How to Wait in a Passport QueueJan 11, 2016
first world crisis smartphone patience perspective leadership
A few years ago I arrived at Washington Dulles airport at the end of a long international flight. I was tired. We had crossed 7 or 8 timezones and I still had a connecting flight to St Louis to look forward to. As I rounded the last corner before the stairs leading down to the immigration hall my heart sank. The queue for passport checks snaked back and forth across the hall and up the stairs. No offence to the good folk at CBP, but with fingerprinting, face shots and a thorough verbal grilling of each new arrival, US passport queues do not tend to move quickly. This was going to be a long night.
The smartphone isn’t actually about being smart. It’s not really about productivity. The smartphone is for entertainment when you’re stuck somewhere with nothing to do. Waiting for your coffee? Take a snap of a nice looking muffin and post it to Instagram. Sat on the train? Catch up on the news. Long flight? Watch a movie. Lining up to pay for groceries? Bang out a tweet.
In a long, slow moving passport queue?
Write a novel Do absolutely nothing. Phones and cameras are banned in the immigration hall. Smartphones have a phone and a camera, so presumably are double-banned.
So stuck, tired and jetlagged, standing in a queue with a thousand strangers and no distractions from reality. This is officially a first world crisis situation. What to do?
Business requires drive, creativity, imagination, discipline, ability to handle pressure and leadership qualities such as patience, empathy and emotional intelligence. None of these are physical qualities. They are mental qualities. And they can all be improved through training. The deliberate training and development of positive mental qualities is the very definition of meditation. Many people now recognise the link between a calm, well-trained mind and business performance and yet find it hard to set aside the time to do the training required to develop such a mind.
Now I’d been handed the perfect opportunity. No distractions (apart from the lady walking up and down the queue periodically reminding us not to worry about missing connections - thanks, but I’d rather you were checking passports and fingerprints). Time to strap in for a mega mental development session.
Developing Mental Stability
The ability to focus for long periods underpins creativity and productivity. If you are passionate about something that ability to focus comes naturally. However, often we need to get creative or productive in areas we aren’t particularly passionate about. The best businesses depend on all the little details being taken care of, including the boring ones.
So it’s an extremely useful skill to draw your full attention to and become fully absorbed in anything at all - including expense claims, cold calling, financial forecasting and customer support issues. By default, however, when faced with something we’re not interested in, most of us find something better to do. Like re-reading the news headlines, googling “how to defuse a bomb” (because the news headlines said there’s lots of terrorism), and getting fired up by things outside our sphere of influence (e.g. gun control in the US).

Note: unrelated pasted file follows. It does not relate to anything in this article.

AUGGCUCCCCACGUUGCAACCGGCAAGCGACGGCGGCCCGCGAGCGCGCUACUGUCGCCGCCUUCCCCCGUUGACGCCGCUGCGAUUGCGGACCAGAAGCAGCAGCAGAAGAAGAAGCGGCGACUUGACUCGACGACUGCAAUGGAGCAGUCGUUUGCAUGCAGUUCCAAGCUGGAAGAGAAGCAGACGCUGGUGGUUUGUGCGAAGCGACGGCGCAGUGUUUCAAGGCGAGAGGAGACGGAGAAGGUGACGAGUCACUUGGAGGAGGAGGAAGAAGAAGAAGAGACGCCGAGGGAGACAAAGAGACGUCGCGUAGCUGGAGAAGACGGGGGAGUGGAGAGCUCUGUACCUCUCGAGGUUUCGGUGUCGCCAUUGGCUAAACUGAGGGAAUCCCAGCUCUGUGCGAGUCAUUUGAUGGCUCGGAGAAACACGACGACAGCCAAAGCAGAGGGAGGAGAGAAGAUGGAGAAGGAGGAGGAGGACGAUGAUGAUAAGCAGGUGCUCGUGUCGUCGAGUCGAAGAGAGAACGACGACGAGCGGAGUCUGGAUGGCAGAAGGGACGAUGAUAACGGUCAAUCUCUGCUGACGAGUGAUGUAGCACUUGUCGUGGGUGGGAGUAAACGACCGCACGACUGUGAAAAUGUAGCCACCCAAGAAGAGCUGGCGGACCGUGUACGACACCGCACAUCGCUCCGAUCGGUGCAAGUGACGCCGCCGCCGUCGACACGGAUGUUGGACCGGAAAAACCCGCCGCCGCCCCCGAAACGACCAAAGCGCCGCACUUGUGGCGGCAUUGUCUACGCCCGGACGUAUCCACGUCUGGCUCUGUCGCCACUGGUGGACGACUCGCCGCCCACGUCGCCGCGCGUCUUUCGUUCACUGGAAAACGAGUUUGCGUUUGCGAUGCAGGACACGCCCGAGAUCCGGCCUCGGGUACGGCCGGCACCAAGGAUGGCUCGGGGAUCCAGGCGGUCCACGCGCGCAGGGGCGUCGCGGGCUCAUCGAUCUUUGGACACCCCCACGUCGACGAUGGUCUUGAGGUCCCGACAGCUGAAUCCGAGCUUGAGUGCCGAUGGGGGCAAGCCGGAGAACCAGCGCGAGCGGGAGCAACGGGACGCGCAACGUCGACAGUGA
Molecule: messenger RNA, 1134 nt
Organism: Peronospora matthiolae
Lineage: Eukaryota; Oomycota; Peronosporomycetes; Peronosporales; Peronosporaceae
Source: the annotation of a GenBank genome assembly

Waiting in a passport queue gives us an amazing opportunity to overcome this instinct to distract ourselves through learning to focus on an object that doesn’t particularly interest us. The classic object covered in many eastern philosophy texts is your breath. It’s readily available wherever you are.
The exercise is simple (although not necessarily easy). You observe the sensation of your breathing. Every time you notice you are thinking about or focusing on something else you bring your focus back to the sensation of your breathing. If you find the jetlag catching up and your focus fades a bit, put a little more effort in until your focus is clear again. Pretty boring, indeed. But that’s the point. You aren’t training to be the world’s best “breath-observer” (although you will be). You’re training to be the world’s best “focusser on anything I choose, even when I don’t find it particularly interesting at first, so that I can really understand it, act effectively and get stuff done.”
Over the course of 10-20 minutes of repeatedly bringing the focus of your attention back to your breath (or whatever else you chose to focus on - maybe your posture or the sensation of your feet on the floor) you should find the urge to distract yourself subsides a little bit. Discursive thoughts settle down, focus naturally rests on the sensation of your breath and even standing jetlagged in a bland hall starkly lit with fluoro tubes late at night with a bunch of strangers feels quite ok.
At that point, you could try a couple of other exercises…